Google and AirMap Team Up On New Remote ID Solution for Drones

For wide-scale commercial operations to take place, a cost-effective industry-led network remote identification solution is needed to give transparency and ensure accountability of all parties involved. This will help regulators stay in compliance with aviation rules and cultivate the public’s trust in operations beyond visual line of sight (BVLOS) and over people while protecting drone operator’s and drone consumer’s privacy.

With one step closer to enablement, AirMap recently teamed up with fellow UAS Services Suppliers (USS) Google Wing and Kittyhawk.io to demonstrate a remote ID application integrated with the InterUSS Platform™ – an open API used for separate USSs to communicate with each other during drone operations.

Using Drone Aware, AirMap’s augmented reality remote identification app, bystanders were able to automatically identify the drones flying in their area. They simply pointed their smartphones towards the drone to capture its exact location, identity, and telemetry, in real-time. See below for further details on the demonstration.

This demonstration showed that network remote identification is a solution that is viable and ready today, and can be deployed quickly and securely without the need for developing new government or airspace management infrastructure. Public safety and law enforcement will increase safety in their respective fields significantly. Also, the general public will be able to utilize AirMap’s features for not only planning out their fleet navigation but maintaining a high level of security for their flights.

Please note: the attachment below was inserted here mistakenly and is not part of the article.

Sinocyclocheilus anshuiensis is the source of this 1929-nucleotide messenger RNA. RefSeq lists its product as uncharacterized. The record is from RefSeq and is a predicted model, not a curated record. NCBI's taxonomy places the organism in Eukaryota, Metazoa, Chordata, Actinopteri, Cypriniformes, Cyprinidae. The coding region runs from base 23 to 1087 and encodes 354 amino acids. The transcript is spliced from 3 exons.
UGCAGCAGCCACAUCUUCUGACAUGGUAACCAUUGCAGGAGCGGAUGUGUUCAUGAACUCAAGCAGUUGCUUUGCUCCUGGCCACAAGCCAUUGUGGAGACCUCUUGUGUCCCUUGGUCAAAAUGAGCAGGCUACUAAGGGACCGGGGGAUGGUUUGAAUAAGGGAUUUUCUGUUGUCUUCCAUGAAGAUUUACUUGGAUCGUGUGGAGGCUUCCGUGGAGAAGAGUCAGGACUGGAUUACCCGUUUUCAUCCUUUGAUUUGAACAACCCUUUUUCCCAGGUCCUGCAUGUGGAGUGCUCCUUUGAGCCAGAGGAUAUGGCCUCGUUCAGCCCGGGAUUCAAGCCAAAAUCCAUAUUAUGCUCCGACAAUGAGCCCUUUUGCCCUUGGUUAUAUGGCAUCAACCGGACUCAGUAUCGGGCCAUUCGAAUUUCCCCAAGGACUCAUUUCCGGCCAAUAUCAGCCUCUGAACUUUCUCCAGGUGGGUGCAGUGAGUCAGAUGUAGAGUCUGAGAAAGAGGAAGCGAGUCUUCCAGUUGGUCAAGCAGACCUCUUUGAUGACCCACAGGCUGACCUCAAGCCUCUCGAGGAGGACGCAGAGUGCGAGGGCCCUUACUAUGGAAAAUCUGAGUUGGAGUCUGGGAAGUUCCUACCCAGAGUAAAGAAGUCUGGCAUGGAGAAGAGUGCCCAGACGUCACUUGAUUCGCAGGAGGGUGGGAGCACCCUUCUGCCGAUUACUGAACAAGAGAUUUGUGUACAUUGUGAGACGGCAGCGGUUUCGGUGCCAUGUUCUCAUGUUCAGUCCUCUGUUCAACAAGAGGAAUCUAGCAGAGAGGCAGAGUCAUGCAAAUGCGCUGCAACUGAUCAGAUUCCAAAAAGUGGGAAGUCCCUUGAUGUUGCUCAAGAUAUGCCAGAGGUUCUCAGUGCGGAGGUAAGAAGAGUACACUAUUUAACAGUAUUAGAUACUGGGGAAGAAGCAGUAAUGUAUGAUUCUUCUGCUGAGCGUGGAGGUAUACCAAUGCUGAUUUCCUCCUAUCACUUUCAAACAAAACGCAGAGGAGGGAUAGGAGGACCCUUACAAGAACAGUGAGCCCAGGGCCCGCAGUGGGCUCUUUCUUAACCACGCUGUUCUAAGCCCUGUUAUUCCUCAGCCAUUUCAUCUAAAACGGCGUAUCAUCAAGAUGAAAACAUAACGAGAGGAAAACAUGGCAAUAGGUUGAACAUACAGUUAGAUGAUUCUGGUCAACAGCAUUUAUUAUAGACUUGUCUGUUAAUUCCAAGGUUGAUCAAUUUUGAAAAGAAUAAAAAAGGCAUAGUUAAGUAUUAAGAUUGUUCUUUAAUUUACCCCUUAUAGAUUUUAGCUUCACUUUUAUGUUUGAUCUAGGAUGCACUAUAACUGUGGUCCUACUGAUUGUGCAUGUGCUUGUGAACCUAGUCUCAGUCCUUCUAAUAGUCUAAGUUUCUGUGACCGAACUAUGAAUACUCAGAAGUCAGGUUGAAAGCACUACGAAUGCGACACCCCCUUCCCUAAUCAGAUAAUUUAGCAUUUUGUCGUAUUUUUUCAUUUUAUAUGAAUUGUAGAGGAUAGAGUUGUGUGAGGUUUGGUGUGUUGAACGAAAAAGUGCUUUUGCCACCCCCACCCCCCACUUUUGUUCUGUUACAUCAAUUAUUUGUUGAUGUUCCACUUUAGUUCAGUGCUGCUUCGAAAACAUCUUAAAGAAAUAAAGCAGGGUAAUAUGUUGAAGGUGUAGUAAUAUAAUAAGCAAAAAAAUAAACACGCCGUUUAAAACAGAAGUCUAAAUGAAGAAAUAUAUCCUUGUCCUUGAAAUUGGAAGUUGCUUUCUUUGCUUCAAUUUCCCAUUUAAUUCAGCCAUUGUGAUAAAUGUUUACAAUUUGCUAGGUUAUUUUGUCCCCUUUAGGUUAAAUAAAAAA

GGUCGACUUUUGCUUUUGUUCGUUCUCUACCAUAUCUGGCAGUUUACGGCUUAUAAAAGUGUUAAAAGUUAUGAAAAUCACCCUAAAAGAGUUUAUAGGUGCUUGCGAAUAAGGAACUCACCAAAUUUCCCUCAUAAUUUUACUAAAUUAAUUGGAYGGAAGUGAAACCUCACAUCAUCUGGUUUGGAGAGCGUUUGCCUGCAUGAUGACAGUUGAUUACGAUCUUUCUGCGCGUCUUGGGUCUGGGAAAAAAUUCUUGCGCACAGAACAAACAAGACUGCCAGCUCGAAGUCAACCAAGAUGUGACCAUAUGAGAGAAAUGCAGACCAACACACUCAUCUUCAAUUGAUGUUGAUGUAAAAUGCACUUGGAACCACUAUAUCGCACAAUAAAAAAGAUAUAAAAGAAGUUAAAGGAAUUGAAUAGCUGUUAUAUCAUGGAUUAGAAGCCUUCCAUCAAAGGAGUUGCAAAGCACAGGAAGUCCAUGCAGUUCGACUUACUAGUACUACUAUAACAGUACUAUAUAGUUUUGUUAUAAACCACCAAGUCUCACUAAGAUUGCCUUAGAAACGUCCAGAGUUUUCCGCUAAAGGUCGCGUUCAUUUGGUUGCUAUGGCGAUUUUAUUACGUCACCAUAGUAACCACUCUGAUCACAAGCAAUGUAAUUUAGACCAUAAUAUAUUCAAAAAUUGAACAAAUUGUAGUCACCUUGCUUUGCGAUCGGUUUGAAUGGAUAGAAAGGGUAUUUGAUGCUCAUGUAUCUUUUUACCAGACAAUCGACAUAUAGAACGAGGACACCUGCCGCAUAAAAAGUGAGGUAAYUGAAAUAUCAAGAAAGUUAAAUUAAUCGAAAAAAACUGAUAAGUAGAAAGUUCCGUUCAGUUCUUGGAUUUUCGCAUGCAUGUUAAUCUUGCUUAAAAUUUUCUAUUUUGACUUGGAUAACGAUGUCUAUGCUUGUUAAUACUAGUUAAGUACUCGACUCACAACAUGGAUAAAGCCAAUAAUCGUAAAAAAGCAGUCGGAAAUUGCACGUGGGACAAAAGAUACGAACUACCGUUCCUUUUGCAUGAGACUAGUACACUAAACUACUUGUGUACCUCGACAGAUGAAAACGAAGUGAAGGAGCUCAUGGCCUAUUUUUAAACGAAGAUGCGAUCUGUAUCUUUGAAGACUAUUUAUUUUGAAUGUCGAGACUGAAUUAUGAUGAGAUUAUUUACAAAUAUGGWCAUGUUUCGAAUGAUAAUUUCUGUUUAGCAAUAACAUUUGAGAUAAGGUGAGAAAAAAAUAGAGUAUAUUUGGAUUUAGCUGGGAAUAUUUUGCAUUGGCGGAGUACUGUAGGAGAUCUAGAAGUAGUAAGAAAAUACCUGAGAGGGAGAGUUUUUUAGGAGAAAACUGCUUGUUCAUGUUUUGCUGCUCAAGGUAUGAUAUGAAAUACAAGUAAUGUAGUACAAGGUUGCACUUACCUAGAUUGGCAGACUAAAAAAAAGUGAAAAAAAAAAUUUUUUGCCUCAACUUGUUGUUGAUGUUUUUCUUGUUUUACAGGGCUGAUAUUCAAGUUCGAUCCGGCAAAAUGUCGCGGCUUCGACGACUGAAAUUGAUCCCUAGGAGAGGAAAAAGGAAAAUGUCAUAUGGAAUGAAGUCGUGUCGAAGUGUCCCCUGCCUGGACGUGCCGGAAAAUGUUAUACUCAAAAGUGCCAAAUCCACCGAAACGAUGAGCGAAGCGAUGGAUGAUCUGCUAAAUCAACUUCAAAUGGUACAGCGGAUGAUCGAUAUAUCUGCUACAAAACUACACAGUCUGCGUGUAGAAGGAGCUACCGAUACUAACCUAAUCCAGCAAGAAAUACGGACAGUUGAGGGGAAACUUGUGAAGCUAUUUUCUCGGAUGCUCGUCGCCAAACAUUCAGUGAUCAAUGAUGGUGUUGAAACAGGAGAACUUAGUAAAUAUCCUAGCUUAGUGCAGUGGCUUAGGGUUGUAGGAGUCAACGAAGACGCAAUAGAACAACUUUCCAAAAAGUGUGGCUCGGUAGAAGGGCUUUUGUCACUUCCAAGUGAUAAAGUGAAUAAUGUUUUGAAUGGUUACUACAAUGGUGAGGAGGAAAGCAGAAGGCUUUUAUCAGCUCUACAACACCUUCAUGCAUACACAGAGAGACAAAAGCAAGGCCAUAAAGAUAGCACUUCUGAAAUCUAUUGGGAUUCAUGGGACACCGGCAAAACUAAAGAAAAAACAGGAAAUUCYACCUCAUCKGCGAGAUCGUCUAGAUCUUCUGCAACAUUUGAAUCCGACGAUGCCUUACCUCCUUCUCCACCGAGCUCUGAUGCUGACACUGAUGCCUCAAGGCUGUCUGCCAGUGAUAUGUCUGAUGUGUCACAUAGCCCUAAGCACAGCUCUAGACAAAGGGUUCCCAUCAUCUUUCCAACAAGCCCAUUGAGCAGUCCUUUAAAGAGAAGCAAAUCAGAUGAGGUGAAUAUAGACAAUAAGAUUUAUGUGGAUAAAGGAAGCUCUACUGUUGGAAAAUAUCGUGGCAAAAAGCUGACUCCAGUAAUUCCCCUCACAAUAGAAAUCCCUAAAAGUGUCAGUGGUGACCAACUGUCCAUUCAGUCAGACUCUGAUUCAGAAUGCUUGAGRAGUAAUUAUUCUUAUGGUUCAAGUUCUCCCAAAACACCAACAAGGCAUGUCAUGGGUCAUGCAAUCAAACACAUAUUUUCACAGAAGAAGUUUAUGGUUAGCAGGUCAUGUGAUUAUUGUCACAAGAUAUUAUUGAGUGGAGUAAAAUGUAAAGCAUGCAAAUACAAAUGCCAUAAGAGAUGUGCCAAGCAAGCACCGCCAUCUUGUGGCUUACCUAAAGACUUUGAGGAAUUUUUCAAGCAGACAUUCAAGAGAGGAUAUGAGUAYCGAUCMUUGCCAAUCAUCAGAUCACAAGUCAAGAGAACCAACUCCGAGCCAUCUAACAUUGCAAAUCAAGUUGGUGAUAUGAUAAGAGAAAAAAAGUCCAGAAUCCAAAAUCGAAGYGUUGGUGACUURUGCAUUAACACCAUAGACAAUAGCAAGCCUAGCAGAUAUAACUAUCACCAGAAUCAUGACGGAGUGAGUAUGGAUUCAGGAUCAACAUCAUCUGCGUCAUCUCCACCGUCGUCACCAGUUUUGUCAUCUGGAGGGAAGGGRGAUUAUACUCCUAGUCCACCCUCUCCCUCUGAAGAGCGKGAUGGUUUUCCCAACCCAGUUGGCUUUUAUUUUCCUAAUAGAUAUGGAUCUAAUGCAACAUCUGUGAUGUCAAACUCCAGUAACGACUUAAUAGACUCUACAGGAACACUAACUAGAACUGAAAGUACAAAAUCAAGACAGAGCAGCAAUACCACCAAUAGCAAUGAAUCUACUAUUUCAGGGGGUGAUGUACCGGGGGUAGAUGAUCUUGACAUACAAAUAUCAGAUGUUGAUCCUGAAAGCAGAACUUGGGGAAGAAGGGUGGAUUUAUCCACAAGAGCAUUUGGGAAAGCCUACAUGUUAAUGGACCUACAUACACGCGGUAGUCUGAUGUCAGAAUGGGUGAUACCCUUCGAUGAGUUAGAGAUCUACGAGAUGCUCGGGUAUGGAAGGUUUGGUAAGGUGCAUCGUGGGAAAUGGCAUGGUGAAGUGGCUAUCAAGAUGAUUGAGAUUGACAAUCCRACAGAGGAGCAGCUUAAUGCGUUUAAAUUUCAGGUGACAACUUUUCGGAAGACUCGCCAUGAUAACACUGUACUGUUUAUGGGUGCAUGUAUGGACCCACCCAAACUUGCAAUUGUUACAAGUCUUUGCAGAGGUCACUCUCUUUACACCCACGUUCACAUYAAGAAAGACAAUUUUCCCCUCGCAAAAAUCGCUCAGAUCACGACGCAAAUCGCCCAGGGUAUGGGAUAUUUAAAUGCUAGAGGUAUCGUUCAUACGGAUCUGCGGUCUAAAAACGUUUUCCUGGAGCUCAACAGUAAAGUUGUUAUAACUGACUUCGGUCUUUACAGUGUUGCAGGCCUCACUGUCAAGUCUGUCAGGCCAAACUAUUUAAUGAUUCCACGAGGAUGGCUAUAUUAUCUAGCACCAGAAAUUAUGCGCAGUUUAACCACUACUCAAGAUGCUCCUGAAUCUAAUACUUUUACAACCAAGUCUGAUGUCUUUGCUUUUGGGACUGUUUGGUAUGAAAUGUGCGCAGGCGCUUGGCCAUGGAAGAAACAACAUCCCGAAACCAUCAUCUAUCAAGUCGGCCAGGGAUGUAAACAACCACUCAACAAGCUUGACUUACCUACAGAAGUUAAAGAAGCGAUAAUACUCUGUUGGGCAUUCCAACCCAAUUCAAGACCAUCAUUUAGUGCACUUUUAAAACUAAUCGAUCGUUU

The Demo in Detail

The demonstration involved three operators and three UAS (2 DJI and 1 Wing Delivery). Each operator logged into their respective USS (Wing, AirMap, and Kittyhawk) with a validated identity.

Each operator requested airspace access authorizations for their flights via their respective USS LAANC capabilities. Wing, AirMap and Kittyhawk.io are all LAANC providers.

When the remote identification display applications were launched, the InterUSS platform was used to discover which USS were operating UAS flights in the area. Each USS provided relevant UAS data and the aggregated set was provided to both the Wing and AirMap remote identification applications. This allows for data sharing only as needed, providing a complete picture without the need for a single entity to have access to drone operations everywhere.

AirMap, Wing and Kittyhawk.io used industry standard authentication (OAuth 2.0) and security (HTTPS) for communications to the InterUSS platform and between USSs. LAANC already provides OAuth 2.0 authentication, and those credentials (or similar) can be used to authenticate communication between USSs and to the InterUSS platform.